Mary was 32 years old and wanted to help her retired parents find a wonderful and warm place to live. After her vast research, she discovered an exotic locale with an average annual temperature of 84 degrees. She knew her parents would be happy as warm weather was their greatest priority as they aged into retirement.
One night several months later, while reading by her living room fireplace, Mary received a call from her father who told her something astonishing about their new home: It was freezing! The temperature was a brisk, minus 10 degrees while the previous day had been 140 degrees in the hot desert sun. Mary had apparently fallen victim to the flawed logic of relying on the average without considering the variability that created that average.
This error of logic is best illustrated by the old saying, if my head is in the oven and my feet are in the freezer, on average, I’m comfortable. Although an average provides useful information, it is effectively meaningless as a decision-making tool unless considered in conjunction with other variables.
In retirement planning, the understanding of this additional information can mean the difference between running out of money only a few years down the road and living a long comfortable retirement while maintaining your ability to leave a substantial inheritance to your heirs at the end of your life. Specifically, it is the sequence of returns, as much as the average, that will have the greatest impact on your retirement nest egg.
The sequence of returns is the order of the returns you receive during your retirement while you are also distributing funds annually to cover your living expenses. In retirement, we may expect an average return of, say, 8%. However, if we invest in a diversified portfolio of stocks, bonds, real estate, etc., there will be few years (if any) when we actually receive an 8% return. Most years will be far from it; averaging our returns over a 30-year period to 8%. Some years may furnish an exciting +22% while others, a depressing -15%. It is precisely when we receive these returns, and in which order, that will determine a successful or unsuccessful retirement plan.
Notice an example illustrated by the chart below where 30 years of returns are given. Simply reversing the order of the returns, creates two vastly different outcomes. The portfolio with poor performance early in the 30-year period is depleted by year 17, while the portfolio with losses much later lasts for 30 years (or more) and increases in value. The average annual return is identical in both scenarios; however, the results are far from it.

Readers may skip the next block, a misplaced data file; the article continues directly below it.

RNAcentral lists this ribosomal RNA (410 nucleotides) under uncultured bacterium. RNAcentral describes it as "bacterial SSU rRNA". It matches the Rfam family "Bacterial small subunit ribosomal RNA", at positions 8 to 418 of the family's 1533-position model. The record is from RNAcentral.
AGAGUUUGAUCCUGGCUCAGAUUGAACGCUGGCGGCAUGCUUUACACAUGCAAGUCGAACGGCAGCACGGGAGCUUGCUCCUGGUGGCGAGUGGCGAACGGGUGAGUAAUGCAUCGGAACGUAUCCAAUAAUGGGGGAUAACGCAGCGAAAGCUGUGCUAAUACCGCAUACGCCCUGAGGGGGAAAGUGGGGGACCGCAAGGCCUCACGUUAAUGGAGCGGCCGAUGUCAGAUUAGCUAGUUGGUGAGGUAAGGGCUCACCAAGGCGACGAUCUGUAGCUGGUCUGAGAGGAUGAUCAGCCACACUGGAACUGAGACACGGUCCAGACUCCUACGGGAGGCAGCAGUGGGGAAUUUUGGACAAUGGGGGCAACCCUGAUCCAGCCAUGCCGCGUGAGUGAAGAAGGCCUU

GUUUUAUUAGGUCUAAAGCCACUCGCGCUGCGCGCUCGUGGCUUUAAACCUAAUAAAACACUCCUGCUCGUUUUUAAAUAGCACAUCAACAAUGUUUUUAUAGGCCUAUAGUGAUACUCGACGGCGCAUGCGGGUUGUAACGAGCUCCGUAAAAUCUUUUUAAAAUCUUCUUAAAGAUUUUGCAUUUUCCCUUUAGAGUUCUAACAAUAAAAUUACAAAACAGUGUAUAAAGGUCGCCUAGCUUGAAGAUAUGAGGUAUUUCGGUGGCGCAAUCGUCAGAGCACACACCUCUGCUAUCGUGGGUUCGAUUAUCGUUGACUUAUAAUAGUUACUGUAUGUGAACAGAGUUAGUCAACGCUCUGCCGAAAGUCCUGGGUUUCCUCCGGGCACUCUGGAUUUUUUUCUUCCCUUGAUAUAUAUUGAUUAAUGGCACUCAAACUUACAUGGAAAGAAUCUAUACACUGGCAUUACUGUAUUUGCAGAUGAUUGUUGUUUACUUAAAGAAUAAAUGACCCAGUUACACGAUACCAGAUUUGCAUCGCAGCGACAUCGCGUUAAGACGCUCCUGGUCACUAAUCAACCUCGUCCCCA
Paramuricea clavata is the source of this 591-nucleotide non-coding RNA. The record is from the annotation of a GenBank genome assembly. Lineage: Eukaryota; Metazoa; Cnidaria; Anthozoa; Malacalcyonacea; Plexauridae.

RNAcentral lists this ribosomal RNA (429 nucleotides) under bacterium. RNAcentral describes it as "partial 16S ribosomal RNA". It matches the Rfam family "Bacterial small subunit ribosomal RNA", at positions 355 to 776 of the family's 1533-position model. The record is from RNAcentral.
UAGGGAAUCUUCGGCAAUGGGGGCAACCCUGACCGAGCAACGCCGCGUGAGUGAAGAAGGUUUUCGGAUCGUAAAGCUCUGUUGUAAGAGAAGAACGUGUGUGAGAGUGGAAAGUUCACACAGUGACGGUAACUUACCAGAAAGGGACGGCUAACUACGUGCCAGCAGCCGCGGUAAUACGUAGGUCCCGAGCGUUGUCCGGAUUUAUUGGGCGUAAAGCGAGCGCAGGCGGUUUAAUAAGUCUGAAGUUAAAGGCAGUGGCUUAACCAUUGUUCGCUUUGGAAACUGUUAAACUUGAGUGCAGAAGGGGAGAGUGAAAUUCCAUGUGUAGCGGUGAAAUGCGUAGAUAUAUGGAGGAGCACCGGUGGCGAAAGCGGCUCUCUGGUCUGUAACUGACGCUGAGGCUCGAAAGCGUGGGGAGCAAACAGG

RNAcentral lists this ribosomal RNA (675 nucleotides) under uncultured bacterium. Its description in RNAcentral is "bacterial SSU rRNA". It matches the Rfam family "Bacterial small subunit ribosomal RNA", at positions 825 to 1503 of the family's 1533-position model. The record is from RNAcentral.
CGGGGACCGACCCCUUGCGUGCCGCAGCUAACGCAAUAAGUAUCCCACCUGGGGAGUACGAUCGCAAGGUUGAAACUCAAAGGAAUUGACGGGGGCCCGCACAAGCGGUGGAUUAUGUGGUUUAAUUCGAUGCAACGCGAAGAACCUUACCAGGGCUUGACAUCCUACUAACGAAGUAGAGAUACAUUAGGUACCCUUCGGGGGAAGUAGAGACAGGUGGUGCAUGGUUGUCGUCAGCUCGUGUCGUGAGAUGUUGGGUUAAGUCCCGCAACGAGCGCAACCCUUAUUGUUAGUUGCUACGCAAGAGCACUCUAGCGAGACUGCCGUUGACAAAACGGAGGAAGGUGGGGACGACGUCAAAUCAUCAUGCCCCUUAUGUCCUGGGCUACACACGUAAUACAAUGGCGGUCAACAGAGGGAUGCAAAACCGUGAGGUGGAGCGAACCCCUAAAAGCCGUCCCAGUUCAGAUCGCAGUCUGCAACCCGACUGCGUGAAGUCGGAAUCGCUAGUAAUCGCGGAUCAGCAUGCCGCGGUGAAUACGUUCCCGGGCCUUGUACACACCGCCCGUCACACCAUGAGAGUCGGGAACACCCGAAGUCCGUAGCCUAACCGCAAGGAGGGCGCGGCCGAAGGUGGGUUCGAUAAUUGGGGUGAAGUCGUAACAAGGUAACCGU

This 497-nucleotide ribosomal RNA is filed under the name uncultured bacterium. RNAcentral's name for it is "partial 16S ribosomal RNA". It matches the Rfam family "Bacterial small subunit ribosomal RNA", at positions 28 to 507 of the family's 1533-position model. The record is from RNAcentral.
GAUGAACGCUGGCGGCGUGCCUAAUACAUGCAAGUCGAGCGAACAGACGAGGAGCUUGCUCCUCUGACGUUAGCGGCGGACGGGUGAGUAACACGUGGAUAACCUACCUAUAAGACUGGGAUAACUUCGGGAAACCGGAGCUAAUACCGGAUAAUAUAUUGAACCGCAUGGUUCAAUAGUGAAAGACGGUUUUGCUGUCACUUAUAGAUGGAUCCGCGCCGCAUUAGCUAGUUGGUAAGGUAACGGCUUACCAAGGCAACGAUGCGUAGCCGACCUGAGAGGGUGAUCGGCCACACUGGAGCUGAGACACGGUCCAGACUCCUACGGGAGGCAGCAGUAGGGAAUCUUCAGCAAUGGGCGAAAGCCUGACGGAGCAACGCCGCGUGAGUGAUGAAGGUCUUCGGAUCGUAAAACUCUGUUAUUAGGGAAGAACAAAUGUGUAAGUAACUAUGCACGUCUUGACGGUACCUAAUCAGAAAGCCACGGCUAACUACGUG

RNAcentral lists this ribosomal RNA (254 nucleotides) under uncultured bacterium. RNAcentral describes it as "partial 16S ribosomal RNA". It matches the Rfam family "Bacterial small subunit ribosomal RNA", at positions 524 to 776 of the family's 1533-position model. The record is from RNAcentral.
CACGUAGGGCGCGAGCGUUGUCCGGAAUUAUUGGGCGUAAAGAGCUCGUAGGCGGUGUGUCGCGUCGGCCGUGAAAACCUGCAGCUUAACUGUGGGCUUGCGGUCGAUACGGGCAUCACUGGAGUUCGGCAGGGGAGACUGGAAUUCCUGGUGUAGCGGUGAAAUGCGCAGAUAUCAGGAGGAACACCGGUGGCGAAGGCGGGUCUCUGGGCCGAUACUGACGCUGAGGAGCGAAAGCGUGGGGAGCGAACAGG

The sequence of returns only becomes a factor when money is either added to or withdrawn from a portfolio. When contributing to a portfolio, you have probably heard the term “dollar cost averaging”. In retirement, dollar cost averaging is reversed as the investor must sell a certain dollar amount each month or year to support their lifestyle. Unfortunately, when investment prices are low, the retiree must sell more shares to receive the same amount of funds, thus aggressively cannibalizing a portfolio designed to last decades. The earlier in retirement that a poor market environment is experienced, the worse the overall results.
Sequence of returns is a hidden risk that can affect retirees without them even realizing it. There are remedies to this problem, such as reducing overall portfolio volatility, removing inflation increases during poor market years, and simply living off conservative investments such as cash and/or bonds during times of market turmoil. The point is to understand the risk and to know how to recognize and manage it if it does present itself early on in your retirement. If however, you are not comfortable managing this and the many other risks of retirement planning yourself, contact a good fee-only financial planner who specializes in retirement to make sure your nest egg lasts longer than you do.